Hwange national park in Zimbabwe is back in the news today as 26 African elephants were found poisoned to death on its grounds.
The animals were intentionally poisoned for the purpose of ivory harvesting.
The African elephant is in danger of going extinct within the next decade due to the skyrocketing amount of poachers and the increasingly lax security on wildlife reserves.
The Guardian reports that, Caroline Washaya Moyo, a park spokeswoman said 14 tusks were recovered from the elephants, however; the rest were missing. Rangers found 16 elephants in the Lupande area of the park and 10 others near Chakabvi.
Upon investigation, rangers recovered over two pounds of Cyanide, a deadly poison that can kill just about anything. The poor animals are apart of a reserve, but that can't stop some poachers who will go great lengths to kill them off for profit.
Oppah Muchinguri, Zimbabwe’s water, climate and environment minister blamed the United States for the surge in poaching.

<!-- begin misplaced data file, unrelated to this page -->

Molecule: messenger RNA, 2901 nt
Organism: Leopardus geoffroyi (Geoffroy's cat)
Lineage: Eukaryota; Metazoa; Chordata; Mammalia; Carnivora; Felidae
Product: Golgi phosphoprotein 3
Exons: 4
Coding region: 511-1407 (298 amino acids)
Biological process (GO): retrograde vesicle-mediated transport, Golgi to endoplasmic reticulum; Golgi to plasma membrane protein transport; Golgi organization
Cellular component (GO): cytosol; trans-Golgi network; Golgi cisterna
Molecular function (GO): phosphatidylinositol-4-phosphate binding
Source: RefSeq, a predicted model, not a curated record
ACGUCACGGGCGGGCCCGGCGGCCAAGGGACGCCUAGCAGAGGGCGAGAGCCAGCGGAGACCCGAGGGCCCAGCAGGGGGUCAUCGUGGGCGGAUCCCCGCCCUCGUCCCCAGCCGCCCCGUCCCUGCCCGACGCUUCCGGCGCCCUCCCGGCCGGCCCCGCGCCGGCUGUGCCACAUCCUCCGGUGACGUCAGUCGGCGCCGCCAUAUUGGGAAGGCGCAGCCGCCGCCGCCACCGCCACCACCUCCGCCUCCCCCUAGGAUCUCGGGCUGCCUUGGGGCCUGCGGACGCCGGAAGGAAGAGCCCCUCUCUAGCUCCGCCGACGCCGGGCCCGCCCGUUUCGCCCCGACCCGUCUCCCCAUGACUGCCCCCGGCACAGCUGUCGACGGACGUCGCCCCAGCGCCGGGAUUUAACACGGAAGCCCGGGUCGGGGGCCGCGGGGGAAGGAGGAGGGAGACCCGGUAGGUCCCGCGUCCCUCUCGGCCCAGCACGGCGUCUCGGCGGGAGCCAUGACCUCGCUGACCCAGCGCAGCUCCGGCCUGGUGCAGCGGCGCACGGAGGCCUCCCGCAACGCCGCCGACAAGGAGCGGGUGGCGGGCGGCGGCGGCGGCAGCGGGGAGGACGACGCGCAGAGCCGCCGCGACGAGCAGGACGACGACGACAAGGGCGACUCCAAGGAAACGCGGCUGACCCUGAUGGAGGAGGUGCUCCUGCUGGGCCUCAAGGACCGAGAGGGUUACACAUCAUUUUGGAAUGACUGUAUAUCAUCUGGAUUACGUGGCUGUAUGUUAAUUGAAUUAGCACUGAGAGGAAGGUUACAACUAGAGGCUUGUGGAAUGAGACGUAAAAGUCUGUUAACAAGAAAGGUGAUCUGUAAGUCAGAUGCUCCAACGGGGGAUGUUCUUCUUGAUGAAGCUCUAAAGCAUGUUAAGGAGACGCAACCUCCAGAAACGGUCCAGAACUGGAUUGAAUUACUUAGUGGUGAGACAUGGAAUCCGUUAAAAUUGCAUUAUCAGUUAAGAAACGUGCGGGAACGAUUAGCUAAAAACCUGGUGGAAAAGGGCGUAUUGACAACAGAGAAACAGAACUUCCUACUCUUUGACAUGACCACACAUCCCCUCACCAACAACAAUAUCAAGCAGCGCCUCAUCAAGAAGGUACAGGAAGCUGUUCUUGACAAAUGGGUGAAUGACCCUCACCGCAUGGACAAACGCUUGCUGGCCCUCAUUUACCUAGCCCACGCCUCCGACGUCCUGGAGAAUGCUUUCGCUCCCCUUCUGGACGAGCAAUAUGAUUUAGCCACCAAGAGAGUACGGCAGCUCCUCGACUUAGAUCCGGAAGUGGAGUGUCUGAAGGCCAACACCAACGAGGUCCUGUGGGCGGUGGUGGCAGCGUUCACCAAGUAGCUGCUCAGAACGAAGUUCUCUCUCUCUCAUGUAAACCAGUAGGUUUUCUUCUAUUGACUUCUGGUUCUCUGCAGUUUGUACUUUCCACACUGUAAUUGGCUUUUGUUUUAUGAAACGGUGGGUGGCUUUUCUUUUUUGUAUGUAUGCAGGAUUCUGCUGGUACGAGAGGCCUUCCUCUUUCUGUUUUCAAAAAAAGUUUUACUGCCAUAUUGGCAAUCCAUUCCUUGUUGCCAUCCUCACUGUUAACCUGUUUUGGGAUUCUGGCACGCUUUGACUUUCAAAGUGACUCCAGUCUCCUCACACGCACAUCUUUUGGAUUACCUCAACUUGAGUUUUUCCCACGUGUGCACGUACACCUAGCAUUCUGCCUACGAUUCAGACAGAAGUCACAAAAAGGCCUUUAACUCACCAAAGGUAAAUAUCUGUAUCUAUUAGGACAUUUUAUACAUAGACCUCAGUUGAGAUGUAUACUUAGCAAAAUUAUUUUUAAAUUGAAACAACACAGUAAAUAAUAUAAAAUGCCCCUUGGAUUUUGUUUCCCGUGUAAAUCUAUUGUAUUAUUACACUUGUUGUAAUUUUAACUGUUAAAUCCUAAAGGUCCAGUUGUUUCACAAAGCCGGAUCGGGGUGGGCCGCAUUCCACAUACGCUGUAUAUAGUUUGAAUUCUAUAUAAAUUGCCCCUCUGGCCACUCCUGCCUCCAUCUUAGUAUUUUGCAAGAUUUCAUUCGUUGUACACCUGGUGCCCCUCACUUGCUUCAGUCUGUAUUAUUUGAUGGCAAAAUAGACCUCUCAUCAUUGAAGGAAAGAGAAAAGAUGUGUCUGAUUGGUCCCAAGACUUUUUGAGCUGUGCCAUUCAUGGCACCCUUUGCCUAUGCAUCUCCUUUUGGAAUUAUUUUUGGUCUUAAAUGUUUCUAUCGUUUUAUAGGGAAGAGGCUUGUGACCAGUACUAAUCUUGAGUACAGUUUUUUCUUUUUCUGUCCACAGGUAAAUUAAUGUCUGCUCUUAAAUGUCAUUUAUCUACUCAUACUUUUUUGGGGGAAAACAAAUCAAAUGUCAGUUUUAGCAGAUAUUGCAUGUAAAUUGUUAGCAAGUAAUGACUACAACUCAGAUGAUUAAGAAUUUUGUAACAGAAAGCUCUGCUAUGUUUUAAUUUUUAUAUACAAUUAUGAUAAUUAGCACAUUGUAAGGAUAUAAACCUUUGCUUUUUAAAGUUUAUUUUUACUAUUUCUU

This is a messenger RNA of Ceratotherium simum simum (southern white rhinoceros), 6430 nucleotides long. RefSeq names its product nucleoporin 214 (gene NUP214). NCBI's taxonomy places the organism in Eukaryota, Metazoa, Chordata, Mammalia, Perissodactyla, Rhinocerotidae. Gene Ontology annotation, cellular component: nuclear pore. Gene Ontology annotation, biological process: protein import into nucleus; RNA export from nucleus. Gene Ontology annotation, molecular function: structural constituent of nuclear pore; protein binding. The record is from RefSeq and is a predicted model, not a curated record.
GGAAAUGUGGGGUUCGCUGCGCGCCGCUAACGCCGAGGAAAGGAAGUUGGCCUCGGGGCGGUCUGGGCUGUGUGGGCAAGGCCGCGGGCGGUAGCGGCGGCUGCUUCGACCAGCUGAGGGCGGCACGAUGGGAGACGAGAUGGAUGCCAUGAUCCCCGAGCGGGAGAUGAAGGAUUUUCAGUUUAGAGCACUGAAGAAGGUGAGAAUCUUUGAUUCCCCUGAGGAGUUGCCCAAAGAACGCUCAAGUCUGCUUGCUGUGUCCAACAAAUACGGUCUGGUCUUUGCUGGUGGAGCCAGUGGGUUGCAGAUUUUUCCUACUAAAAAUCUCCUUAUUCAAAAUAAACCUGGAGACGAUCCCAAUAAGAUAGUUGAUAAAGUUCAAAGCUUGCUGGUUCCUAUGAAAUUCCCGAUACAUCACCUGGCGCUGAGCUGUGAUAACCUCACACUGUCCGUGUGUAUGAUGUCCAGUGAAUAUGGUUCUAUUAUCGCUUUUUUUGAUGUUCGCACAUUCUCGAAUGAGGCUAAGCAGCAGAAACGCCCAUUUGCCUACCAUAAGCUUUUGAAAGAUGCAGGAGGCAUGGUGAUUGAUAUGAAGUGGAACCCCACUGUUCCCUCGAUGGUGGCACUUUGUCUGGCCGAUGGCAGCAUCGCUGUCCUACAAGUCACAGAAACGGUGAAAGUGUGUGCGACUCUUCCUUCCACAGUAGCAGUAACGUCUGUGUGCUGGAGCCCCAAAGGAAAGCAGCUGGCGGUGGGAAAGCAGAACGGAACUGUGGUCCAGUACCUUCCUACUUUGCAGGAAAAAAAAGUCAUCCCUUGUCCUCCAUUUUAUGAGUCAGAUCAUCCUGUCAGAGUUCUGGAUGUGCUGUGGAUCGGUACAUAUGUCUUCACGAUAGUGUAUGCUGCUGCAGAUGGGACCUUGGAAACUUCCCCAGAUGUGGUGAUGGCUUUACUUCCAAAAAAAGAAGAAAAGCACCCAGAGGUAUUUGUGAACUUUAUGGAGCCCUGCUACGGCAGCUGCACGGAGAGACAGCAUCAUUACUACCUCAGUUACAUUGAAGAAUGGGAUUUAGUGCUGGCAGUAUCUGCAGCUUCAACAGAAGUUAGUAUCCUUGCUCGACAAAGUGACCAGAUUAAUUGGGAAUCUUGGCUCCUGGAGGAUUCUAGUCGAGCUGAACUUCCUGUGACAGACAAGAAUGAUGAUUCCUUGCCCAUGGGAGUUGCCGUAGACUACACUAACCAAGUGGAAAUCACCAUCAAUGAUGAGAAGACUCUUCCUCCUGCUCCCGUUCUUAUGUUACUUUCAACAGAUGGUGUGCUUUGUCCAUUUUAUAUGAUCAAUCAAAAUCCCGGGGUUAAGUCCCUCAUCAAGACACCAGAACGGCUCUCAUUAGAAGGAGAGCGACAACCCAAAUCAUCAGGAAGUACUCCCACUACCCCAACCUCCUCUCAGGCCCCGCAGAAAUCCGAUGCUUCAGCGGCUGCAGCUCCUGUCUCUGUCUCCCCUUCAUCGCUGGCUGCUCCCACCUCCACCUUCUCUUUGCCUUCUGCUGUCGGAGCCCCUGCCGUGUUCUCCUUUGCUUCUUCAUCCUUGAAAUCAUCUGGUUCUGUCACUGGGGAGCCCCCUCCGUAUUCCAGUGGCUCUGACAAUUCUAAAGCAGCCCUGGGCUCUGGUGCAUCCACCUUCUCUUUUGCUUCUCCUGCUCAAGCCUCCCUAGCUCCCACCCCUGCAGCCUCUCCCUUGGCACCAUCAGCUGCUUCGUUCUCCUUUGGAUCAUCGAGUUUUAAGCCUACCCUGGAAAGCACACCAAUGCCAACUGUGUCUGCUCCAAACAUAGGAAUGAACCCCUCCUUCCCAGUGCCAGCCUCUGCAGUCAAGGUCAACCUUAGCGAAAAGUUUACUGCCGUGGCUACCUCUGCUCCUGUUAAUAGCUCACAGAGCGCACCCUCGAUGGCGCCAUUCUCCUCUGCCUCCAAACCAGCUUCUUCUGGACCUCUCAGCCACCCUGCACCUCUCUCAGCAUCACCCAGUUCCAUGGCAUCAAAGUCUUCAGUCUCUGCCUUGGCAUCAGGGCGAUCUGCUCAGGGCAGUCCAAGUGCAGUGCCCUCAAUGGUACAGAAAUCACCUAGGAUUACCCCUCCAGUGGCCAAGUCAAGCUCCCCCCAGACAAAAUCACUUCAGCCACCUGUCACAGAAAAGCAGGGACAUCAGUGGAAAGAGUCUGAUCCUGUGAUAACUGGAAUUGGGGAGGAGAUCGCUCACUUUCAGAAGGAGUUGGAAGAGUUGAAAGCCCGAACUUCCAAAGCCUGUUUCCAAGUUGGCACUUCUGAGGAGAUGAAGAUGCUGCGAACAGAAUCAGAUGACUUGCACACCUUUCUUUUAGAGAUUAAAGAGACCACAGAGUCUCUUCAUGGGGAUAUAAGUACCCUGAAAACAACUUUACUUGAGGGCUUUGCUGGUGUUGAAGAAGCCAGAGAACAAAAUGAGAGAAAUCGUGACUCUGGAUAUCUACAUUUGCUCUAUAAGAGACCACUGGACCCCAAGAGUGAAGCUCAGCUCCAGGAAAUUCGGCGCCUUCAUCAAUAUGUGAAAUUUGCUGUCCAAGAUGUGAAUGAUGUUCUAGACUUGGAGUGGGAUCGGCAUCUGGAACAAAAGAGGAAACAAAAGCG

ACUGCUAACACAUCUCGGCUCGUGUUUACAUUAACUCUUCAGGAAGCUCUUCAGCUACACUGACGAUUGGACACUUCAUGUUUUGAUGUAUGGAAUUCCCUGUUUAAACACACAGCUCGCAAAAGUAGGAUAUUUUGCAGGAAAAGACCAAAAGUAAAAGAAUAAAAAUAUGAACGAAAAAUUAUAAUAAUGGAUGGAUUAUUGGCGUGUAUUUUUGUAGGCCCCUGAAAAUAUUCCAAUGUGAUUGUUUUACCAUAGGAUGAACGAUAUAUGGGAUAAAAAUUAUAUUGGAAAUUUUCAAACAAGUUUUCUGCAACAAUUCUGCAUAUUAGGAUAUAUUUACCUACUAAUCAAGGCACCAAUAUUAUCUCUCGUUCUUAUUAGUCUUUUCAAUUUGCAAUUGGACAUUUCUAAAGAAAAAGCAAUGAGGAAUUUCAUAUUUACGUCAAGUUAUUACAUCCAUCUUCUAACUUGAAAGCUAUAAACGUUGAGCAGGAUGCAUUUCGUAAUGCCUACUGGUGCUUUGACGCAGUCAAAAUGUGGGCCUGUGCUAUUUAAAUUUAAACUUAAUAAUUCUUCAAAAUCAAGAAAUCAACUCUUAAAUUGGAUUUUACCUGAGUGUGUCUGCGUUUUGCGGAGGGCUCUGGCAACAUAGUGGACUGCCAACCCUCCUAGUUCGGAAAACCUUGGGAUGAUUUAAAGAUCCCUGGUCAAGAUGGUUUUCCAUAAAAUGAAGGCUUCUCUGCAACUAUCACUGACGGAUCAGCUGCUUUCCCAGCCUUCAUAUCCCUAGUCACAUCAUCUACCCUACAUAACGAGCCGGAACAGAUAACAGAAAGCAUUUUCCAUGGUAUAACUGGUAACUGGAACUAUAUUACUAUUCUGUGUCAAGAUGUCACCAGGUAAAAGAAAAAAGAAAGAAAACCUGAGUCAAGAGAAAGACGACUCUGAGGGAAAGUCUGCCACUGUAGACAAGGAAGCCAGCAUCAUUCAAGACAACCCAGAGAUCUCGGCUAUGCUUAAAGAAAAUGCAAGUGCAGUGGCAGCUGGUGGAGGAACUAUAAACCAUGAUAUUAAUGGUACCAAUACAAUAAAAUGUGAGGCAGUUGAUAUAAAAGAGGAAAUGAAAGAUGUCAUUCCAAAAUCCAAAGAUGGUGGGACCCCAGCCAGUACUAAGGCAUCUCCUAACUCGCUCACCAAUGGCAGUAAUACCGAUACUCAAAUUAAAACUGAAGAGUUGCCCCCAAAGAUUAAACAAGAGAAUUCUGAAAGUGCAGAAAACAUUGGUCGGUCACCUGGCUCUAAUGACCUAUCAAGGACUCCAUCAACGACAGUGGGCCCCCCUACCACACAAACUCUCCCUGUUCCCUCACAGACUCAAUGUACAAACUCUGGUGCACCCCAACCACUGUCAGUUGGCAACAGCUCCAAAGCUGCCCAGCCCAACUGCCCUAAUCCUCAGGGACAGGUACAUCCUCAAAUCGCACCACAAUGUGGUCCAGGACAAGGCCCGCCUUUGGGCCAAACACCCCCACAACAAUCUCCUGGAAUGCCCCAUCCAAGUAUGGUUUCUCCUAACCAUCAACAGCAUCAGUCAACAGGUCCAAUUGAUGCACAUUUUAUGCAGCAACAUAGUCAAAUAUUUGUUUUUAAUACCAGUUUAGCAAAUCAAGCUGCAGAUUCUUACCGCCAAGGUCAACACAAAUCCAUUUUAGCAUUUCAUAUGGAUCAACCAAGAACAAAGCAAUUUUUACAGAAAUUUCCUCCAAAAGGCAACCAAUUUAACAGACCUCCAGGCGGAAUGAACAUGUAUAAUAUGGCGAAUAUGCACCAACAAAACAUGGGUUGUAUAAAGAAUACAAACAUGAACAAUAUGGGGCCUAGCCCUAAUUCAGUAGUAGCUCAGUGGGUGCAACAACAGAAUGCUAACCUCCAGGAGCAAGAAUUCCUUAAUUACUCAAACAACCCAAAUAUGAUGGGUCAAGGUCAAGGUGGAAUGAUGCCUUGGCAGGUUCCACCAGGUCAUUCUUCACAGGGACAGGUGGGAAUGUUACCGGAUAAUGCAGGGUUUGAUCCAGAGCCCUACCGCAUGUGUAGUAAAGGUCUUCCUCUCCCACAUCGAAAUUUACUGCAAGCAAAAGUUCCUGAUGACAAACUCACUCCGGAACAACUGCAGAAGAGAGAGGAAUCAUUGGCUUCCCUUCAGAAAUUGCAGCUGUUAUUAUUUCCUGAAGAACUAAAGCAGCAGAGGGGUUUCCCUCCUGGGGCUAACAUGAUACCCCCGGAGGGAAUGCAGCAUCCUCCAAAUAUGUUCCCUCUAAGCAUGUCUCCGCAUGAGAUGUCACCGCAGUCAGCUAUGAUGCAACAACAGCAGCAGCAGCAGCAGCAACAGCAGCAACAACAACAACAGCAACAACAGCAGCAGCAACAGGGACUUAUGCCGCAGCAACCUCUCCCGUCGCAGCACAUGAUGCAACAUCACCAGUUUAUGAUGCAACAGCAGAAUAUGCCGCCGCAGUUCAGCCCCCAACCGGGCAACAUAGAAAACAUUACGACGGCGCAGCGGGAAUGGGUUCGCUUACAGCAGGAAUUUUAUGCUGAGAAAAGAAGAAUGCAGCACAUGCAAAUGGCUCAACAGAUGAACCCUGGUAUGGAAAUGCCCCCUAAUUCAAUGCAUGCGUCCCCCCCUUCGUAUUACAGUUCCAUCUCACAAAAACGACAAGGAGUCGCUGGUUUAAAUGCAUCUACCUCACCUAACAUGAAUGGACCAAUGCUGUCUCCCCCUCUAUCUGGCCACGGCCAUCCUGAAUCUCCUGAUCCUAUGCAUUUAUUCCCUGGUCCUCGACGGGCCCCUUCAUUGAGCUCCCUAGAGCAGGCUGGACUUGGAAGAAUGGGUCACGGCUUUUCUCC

“All this poaching is because of American policies. They are banning sport hunting. An elephant would cost $120,000 in sport hunting but a tourist pays only $10 to view the same elephant,”
This isn't the first time that Zimbabwe has passed the blame to the U.S. And the whole Cecil the Lion debacle didn't help our case either.
The bottom line is that these animals are valuable to people. Ivory is still used to make lots of things that hold a high value, and there's no stopping greed.
Local game reserves make a killing off of Western tourists coming in to hunt for sport. Until westerners including those United States and Europe stop hunting big game for "fun", the cycle of madness won't end.